Sixteen-year-old Greta Thunberg has quickly become one of the most recognizable faces in the fight against climate change. The Swedish teen has led school strikes across Europe, with students walking out of classes en masse to protest governments' slow action. And she made headlines earlier this year when she spoke at the World Economic Forum in Davos, Switzerland, telling a gathering of world leaders and philanthropists that climate change is largely their fault.
On Wednesday, Thunberg brought her message to the French parliament, but she didn't receive a universally warm welcome. Multiple conservative politicians boycotted her speech, and several of them took the time to deride her personally in interviews and on social media. As the BBC reports, a member of France's conservative Republican party dismissed Thunberg as the "Justin Bieber of ecology," while a member of the far-right, Marine Le Pen–led National Rally accused her of demanding a "dictatorship of perpetual emotion."
Speaking to French lawmakers, Thunberg delivered a statistics-heavy but straightforward speech, quoting the latest report from the UN's Intergovernmental Panel on Climate Change. If we can stay below 1.5 degrees of warming, according to the IPCC, "Adaptation will be less difficult. Our world will suffer fewer negative impacts on intensity and frequency of extreme events, on resources, ecosystems, biodiversity, food security, cities, tourism and carbon removal." That typically cautious and reserved agency has found that the planet will exhaust its remaining carbon budget of about 400 gigatons of carbons, the amount we can burn and still keep global temperatures in a safe range, in just eight years.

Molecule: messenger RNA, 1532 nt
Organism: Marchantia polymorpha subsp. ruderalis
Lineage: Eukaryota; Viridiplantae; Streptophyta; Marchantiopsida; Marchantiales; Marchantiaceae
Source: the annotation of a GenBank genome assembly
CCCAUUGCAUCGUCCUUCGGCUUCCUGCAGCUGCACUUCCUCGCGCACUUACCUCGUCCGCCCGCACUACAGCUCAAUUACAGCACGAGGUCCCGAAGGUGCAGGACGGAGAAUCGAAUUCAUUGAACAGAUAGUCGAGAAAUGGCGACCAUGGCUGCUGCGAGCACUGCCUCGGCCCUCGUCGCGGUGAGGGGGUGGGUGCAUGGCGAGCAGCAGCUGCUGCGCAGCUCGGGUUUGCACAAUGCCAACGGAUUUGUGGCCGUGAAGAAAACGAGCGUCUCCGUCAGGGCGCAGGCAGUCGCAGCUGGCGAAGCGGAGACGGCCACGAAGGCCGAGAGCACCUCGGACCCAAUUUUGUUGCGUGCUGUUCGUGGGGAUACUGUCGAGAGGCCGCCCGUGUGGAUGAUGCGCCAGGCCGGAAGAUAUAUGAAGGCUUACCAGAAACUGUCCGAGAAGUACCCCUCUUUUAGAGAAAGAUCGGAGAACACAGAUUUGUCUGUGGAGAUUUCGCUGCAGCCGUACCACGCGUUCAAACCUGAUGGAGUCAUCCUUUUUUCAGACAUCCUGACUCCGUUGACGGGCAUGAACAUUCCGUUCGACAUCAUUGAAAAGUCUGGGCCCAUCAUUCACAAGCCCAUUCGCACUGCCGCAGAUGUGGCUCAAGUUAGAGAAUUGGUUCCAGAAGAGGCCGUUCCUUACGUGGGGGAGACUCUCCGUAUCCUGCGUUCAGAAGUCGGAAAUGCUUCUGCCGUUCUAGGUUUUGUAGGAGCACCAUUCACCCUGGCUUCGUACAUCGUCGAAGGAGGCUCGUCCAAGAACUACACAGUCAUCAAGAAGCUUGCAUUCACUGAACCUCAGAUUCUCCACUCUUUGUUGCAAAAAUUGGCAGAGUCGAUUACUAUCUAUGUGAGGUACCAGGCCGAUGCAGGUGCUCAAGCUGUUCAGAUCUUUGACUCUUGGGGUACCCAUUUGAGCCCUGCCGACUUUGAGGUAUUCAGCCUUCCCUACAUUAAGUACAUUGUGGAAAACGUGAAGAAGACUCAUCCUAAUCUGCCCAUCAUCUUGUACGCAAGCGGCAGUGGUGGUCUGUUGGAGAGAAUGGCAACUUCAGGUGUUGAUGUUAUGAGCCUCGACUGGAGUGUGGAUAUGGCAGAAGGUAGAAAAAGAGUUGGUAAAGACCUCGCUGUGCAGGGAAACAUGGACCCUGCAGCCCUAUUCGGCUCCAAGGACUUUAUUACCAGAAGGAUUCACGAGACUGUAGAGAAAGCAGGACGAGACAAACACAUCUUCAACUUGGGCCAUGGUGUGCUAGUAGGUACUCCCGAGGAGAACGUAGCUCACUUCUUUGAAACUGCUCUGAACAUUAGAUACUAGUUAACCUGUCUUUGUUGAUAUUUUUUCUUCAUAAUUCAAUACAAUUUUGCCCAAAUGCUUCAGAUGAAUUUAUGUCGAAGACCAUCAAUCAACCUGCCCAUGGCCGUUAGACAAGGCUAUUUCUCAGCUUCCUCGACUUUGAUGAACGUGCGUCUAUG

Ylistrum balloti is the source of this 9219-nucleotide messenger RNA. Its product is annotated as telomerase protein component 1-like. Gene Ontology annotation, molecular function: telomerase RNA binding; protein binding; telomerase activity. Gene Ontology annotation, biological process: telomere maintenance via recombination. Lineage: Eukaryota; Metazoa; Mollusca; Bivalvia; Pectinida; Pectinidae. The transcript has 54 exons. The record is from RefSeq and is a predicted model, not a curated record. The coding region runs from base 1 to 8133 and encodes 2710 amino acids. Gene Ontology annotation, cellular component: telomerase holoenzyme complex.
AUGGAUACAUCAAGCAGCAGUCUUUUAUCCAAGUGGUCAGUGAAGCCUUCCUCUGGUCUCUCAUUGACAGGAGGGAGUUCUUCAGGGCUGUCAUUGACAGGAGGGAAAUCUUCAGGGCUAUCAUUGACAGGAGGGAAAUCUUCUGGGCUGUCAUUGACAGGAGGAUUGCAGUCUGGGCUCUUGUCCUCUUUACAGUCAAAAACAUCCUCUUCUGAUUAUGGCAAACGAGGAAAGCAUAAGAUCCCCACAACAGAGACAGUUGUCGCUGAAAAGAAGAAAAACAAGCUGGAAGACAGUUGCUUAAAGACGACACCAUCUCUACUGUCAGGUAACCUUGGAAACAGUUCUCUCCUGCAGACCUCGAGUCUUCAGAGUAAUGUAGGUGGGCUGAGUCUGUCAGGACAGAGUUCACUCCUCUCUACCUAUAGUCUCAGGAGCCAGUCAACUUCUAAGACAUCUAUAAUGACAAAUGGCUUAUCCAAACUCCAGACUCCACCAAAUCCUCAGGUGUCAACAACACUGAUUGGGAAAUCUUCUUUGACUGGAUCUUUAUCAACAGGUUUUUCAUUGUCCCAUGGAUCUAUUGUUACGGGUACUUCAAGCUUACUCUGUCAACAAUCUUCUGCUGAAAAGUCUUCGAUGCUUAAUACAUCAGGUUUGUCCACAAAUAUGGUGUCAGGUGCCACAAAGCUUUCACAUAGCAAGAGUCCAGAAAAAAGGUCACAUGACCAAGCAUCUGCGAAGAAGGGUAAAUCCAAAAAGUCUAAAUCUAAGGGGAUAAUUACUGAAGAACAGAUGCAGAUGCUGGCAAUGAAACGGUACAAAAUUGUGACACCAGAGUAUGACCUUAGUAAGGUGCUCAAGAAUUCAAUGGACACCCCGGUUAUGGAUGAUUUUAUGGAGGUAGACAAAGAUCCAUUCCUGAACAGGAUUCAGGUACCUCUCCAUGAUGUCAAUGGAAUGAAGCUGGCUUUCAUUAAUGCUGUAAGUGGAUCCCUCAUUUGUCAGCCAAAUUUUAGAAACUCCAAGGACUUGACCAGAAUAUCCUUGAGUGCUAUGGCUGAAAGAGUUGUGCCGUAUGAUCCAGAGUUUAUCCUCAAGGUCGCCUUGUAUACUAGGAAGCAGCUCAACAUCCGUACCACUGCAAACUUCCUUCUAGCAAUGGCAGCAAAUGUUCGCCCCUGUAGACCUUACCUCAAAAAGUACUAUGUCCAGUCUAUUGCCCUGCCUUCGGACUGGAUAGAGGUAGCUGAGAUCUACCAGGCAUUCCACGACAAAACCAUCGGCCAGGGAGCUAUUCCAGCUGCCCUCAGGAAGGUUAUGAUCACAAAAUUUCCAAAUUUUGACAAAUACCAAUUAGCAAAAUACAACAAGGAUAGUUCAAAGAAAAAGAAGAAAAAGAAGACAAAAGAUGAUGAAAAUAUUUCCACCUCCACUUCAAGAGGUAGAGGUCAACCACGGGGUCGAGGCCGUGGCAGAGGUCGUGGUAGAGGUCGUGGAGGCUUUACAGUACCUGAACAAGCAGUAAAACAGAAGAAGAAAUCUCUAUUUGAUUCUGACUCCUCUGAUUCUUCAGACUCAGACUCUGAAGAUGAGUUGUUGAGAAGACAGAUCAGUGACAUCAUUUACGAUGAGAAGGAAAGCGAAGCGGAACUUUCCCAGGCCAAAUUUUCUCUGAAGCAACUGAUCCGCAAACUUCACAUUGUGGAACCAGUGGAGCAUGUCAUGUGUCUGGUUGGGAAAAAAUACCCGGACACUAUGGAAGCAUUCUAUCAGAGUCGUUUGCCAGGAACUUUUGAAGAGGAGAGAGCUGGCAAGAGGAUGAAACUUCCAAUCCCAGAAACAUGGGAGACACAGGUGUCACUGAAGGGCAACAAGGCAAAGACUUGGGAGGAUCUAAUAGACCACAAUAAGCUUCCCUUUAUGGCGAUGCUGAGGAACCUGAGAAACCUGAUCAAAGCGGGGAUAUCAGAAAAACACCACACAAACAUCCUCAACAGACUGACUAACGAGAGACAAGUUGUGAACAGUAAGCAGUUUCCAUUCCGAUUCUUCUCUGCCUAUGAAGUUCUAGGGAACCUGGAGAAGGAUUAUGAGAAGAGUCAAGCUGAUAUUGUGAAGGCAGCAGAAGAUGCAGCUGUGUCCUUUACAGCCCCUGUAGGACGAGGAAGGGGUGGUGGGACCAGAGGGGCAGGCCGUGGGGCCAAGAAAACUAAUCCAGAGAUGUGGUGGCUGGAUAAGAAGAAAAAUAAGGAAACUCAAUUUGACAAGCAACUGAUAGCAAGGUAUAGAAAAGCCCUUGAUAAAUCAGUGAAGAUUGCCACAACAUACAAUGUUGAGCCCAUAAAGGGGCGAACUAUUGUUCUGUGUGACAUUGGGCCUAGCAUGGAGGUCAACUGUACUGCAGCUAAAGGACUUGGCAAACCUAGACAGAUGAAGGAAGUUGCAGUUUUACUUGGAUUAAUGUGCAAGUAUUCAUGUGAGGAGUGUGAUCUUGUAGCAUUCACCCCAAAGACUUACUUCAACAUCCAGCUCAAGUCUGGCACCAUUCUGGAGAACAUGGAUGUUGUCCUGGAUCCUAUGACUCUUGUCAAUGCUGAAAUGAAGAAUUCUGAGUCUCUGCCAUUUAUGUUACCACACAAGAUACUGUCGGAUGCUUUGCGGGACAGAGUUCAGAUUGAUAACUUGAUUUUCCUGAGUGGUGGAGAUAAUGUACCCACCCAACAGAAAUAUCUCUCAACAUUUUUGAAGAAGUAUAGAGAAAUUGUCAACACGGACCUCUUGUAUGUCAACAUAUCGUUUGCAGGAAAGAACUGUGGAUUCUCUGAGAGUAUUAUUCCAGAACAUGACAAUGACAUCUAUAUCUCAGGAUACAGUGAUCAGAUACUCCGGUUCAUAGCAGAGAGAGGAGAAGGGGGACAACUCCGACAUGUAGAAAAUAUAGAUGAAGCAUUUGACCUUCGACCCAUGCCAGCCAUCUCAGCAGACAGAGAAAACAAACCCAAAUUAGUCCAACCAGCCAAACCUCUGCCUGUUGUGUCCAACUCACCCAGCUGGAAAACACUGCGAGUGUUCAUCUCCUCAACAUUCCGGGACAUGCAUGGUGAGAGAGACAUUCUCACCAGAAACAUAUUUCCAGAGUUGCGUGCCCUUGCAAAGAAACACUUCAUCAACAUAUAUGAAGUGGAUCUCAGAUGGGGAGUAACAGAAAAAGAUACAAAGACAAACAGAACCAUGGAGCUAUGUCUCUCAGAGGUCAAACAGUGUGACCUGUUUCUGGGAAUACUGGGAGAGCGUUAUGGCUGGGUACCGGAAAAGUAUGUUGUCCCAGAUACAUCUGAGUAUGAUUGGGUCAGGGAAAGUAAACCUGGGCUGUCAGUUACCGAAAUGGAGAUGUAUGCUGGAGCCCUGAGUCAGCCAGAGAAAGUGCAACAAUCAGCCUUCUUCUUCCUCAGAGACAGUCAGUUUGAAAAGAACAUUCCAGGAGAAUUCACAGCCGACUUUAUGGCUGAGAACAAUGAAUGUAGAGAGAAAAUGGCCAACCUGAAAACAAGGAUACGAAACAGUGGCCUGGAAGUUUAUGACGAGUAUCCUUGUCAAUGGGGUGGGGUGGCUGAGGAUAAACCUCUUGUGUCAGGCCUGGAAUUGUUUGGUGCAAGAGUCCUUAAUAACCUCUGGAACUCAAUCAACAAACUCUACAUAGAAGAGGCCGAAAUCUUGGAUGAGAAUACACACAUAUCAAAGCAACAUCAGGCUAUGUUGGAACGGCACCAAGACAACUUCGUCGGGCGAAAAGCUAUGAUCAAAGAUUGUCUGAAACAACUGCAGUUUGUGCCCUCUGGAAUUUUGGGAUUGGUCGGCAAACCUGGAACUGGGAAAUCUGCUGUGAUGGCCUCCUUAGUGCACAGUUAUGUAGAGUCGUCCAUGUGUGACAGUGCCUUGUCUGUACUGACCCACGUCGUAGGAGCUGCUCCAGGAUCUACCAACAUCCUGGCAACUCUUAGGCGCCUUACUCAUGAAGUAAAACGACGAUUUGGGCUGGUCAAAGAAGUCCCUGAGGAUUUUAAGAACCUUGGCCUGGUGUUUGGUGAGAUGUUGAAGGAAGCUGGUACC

"And not once, not one single time have I heard a journalist, politician, or businessman even mention these numbers," she said. "It’s almost like you don’t even know these numbers exist. As if you haven’t even read the latest IPCC report, on which much of the future of our civilization is depending. Or perhaps you are simply not mature enough to tell it like it is. Because even that burden, you leave to us children."
Meanwhile, two-thirds of the U.S. is sweltering in a heat wave, Belgium and the Netherlands have both just experienced the hottest summer on record, and historically unprecedented wildfires are burning throughout the Arctic.
Originally Appeared on GQ